As I approached the half-way point of All the Pretty Horses, I started to think about how I would review this book. I decided to begin by describing Cormac McCarthy as a ‘punctuation minimalist’ but, in hind-sight, I don’t think this term goes far enough. Perhaps ‘punctuation denier’ or ‘comma tease’ would be more appropriate labels (…I admit that neologism isn’t my strong point). All the Pretty Horses contains no speech marks, semi-colons, ellipses, dashes or parenthesis; very few apostrophes and even fewer commas. The full-stop is the only standard unit of punctuation employed here, and often comes at the end of very long, complex sentences.
What’s more is that McCarthy’s syntax is frequently polysyndetic – long chains of conjunctions separate short noun groups, with multiple actions being described in single sentences; a style reminiscent of William Faulkner or Ernest Hemmingway.
All of this would be incidental, however, were it not coupled with highly accomplished writing. The prose is alive with metaphor, evocative imagery and unusual philosophical asides. This linguistic and grammatical aesthetic is highly stylized; here metaphors don’t merely comment on what is being described, but actively create it –for both the reader and the characters. The identity of the American landscape is inextricably entwined with the language used to forge it.
A good example of what I’m trying to describe can be found at the very beginning of the novel, as a train travels through the Texan country before dawn and lights up a wooden fence, causing shadows to move as it passes:
It came boring out of the east like some ribald satellite of the coming sun howling and bellowing in the distance and the long light of the headlamp running through the tangled mesquite brakes and creating out of the night the endless fenceline down the dead straight right of way and sucking it back again wire and post mile on mile into the darkness after where the boilersmoke disbanded slowly along the faint new horizon and the sound came lagging[…]
The train storming relentlessly forwards as the novel begins is an obvious metaphor for the coming industrialisation of the South; the idyllic, rural lifestyle of the ranch-hand characters is being replaced by something new, different, and ultimately unstopable. I admit that I found this style of writing difficult to begin with, but after the first ten or fifteen pages I became familiar with it, and the rest of the novel posed no significant difficulties. In fact, I was so immersed in the narrative that I began to wonder why writers bother using speech marks at all…
So, what’s it all about? I would describe All the Pretty Horses as a bildungsroman; a coming of age story. Set in 1949, John Grady Cole is sixteen when his mother sells the Texan ranch he has grown up on; he simultaneously loses his inheritance, his way of life and his tight-knit family community. Bewildered and cut-off, Cole sets out for Mexico with his friend Lacey Rawlins, searching for work as a ranch hand or ‘Vaquero’. On the Mexican border the pair meets a third boy – Jimmy Blevins – a mysterious character reluctant to open up, but dangerous and hot-headed. As they travel through the barren but beautiful rocky deserts of northern Mexico, it becomes apparent that the only way of life they’ve ever known or ever wanted is slowly fading away.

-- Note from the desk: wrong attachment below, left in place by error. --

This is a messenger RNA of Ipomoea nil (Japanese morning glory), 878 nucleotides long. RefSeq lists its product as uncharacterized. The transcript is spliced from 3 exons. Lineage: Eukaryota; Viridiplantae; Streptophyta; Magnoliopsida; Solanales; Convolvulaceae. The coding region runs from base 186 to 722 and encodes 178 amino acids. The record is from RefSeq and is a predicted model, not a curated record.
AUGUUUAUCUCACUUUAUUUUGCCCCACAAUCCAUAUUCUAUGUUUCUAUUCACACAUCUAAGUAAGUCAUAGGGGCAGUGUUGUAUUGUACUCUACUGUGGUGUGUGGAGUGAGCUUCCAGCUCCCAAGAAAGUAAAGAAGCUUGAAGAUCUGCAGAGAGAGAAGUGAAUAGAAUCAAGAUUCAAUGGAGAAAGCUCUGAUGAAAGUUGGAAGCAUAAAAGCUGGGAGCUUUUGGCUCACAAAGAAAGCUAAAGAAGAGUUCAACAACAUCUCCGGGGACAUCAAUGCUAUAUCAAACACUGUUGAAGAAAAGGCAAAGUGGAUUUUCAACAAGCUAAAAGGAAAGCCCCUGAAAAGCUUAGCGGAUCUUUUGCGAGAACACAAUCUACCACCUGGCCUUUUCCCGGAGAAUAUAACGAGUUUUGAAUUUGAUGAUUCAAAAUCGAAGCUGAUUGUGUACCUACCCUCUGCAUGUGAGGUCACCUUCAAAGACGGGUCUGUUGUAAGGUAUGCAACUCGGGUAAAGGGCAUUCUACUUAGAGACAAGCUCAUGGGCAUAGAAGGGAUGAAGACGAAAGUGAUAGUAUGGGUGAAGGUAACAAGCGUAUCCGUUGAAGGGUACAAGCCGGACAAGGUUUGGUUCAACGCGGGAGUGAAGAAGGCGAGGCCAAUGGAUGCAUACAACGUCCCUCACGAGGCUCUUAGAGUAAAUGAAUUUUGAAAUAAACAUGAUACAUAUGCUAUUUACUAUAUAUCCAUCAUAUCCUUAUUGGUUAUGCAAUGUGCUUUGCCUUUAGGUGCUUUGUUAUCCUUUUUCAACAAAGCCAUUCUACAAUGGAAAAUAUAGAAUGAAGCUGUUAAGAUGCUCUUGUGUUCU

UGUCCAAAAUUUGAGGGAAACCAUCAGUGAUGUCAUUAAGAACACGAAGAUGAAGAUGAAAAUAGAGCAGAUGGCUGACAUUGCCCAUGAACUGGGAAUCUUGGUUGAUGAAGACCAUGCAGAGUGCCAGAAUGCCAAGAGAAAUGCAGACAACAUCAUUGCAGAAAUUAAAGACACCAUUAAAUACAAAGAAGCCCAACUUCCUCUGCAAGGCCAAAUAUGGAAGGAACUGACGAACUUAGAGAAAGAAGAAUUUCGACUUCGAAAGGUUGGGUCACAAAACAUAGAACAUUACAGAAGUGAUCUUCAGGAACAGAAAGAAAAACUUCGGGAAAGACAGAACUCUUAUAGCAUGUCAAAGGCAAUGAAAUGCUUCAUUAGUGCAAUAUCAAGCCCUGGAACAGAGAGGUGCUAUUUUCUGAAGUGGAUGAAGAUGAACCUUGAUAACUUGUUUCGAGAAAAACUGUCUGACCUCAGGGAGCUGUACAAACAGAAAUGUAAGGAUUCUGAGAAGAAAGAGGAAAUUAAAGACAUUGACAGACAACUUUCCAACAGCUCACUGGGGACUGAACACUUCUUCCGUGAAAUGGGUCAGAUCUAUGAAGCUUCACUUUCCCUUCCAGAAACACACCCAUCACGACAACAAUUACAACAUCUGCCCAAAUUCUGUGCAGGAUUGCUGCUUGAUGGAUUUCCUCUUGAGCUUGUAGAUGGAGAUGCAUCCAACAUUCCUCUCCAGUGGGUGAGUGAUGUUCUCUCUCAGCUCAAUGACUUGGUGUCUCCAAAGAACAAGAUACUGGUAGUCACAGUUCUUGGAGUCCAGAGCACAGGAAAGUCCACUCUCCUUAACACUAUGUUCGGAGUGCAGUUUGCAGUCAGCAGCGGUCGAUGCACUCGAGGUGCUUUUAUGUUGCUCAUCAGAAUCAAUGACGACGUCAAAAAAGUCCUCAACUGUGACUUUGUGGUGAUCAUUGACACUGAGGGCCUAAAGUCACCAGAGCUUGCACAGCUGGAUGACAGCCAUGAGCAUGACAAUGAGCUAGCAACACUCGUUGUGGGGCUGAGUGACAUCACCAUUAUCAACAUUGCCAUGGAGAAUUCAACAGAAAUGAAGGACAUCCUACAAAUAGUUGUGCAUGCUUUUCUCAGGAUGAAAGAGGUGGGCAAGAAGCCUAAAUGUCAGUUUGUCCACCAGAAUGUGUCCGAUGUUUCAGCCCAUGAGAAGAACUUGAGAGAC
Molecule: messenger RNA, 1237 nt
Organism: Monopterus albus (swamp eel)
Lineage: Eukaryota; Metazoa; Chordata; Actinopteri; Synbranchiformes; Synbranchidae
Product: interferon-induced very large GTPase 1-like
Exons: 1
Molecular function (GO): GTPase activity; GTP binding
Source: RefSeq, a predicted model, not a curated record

As Cole’s childhood passes, so do his dreams of a simple, innocent life as a farmer. In Mexico he falls in love with the daughter of a rich Hacendado; a relationship doomed to tragedy as the actions of Jimmy Blevins catch up with all three boys and their journey turns into a violent struggle for survival. McCarthy’s America is desperate, cruel and rugged; All the Pretty Horses becomes a parable of responsibility, retribution and an impossible search for redemption.
Much of the novel takes place in the mountainous border country of northern Mexico – vivid and enormous, the harsh desert offers an echo of the brutal and hand-to-mouth life of its inhabitants. I can’t stand reviewers who describe the landscape of any given novel as a ‘character’ (I don’t believe it’s possible to psychologise a landscape), but much like in Wuthering Heights, the environment and geography metaphorically sympathise with the protagonists and their plight in a significant way. My enduring mental image of this novel is the barren country: unforgiving and unbiased.
All the Pretty Horses is a novel of discovery – the great theme that dominates American literature. For McCarthy, America is very much a frontier country – a wilderness still to be explored and tested, as it will explore and test you. What dialogue the novel contains is simple, short and sharp – actions, not words, form the true currency of exchange and value. Violence and death permeate.
I was exhilarated as I read this book – it is violent, but not in a glamorous or stylized way; the violence is desperate and savage, a brutal deconstruction of the peace and happiness that John Grady Cole enjoyed in his childhood. He engages in it out of necessity – violent action becoming an unwanted right-of-passage to his adult life.
Cole is a likable protagonist – his morals and dreams are tested to the limit and paid for in blood and heartache. You want, want him to find his way and to recapture the ideal of his lost innocence, but you know it won’t or can’t ever happen the way he (or you) wants it to.
All the Pretty Horses is a unique example of the ‘Southern Gothic’ genre. I cannot praise this book enough – it’s a justifiably much-loved American masterpiece. I’ve never encountered a work in which narrative style and content converge so meaningfully or so successfully. Cormac McCarthy’s language doesn’t just tell the story; it’s an integral part of it, as the short, wistful dialogue imbues pathos and nostalgia, so it reflects the empty, desolate country in which it takes place.